This leaves me somewhat at loose ends—I’m used to being more active—but I’ve got my work cut out for me when it comes to creating this comic, so I’m taking all the time I can to draft blog posts, work on outreach projects, and script the story that will explain our time here to the outside world.
How does the vessel handle?
Given that we’re motoring against the trade winds, the ride has been a little choppy. We did adjust our course to a lower latitude so that the wind is coming at us aslant rather than right on the nose, which means we’re not being slowed down quite as much. In the next few days we’ll turn north toward the Johnston Atoll.
There are stabilizers on board, which help keep things relatively level, but we still make liberal use of Non-Slip Shelf Liner—just like I do back home on my angled drawing board!
How are you getting along with the scientists? Was there any friction to start?
The science team are fantastic! We have a wide range of specialties, so I’m learning a lot about the terrain we’re covering from various angles (oceanographic, geologic, etc.). They’ve all been very patient with my barrage of questions about how things work and the lengthy time it takes for me to work out anything mathematical.
Is there a lot of turnover in the research crew?
Different research teams join Falkor every time there’s a new cruise. This particular trip is unique in that it’s a hybrid Transit Cruise. The ship needed to get back from Guam to Hawai’i, and John Smith (our lead scientist) applied to piggyback some of his mapping research on top of the already-scheduled travel days. All three of the science crew have been aboard Falkor before for various other research trips, so while there’s a high turnover from trip to trip, the overall pool of people associated with the vessel is pretty well-connected.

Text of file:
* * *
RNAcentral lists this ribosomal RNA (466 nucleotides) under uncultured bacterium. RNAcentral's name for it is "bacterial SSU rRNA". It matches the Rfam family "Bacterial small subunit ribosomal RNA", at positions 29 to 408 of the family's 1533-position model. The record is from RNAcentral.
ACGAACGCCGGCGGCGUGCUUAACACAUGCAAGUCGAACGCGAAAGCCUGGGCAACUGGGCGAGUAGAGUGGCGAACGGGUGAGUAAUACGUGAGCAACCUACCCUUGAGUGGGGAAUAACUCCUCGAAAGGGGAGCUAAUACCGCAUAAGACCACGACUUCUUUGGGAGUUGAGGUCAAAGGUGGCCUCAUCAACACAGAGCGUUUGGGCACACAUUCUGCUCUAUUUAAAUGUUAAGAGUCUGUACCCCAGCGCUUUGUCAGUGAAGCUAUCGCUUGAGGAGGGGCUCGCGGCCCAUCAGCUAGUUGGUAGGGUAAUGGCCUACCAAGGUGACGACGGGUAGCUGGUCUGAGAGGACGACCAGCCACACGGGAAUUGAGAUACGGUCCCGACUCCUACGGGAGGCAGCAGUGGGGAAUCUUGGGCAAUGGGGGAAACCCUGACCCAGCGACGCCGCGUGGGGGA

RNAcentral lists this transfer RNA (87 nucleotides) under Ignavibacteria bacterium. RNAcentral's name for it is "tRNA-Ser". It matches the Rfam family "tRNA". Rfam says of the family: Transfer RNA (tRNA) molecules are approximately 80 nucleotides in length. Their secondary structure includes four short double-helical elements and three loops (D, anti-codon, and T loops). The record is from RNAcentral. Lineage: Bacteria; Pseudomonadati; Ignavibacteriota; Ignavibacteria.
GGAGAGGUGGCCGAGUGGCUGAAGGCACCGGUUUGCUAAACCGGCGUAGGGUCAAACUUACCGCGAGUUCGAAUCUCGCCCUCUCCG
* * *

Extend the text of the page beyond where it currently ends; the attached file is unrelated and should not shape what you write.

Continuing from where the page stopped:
There are five of us “outreach” crew members: myself, Andrew (Graduate Student from Guam), Brocks Jr. and Sr. (Ambassadors from 11th Hour Racing, a program of the Schmidt Family Foundation, and Sail Martha’s Vineyard, a maritime training program benefitting underserved populations on the island of Martha’s Vineyard), and Jena (High School Teacher from Hawai’i).
Is there an initiation rite for new crew?
I’ll get back to you. So far nobody’s covered me in krill.
What’s the best part? What’s the worst part?
Best: Working on deck with the whole world swaying and the air whipping around like warm silk—especially after months of Pacific Northwest winter.
Worst: Trying to draw straight lines in a rough seaway.
What’s everyone eating?
Our chefs, Peter and Greg, are magnificent. Before I arrived a lot of the shoreside support team were cooing about how lucky I was to be going aboard because of the food, and now I see what they were talking about. In addition to a steady supply of snacks and treats, we get really magnificent meals three times a day (with an extra late-night meal for those standing watch). I mean, just look at this New Year’s Day feast:
Wait, I thought pigs were bad luck on boats?
I hadn’t heard that one before! (Most of my interest in pigs has been around their history as a good luck tattoo.) A cursory Google suggests that pigs are considered bad luck specifically on fishing vessels, which might explain why I hadn’t heard of the notion before. If anyone has anecdotal evidence: leave a comment!
What are the bathrooms like?
Ahh, the perennial question. Like everything else on the vessel: SUPER NICE. I’m so impressed by the standards of cleanliness and design everywhere on this ship. The heads (that’s what they’re usually called on board) are relatively small, but well cared-for, clean, and modern. I’m used to the old torture-chamber-type pump action heads, but these ones flush with the touch of a button like a standard toilet.
The major restriction: only toilet paper can go down them—absolutely no chemical cleaners—because the waste system is biological! The bacterial colonies responsible for breaking down waste in the blackwater tanks are very sensitive, so we can only use a special cleaning solution for the toilet bowls. I’ll see if I can’t snag the chief mate and find out a little more about how this specific system works, since I’m curious myself.
That’s probably enough for today, so I’ll get back to sketching this very complicated-looking hydraulic sea crane. If you have more questions about life at sea, drop me a line in the comments or on Twitter at @LuBellWoo! You can also read up on the rest of the cruise outreach by following #MappinTheFloor on Twitter, Instagram, and Facebook.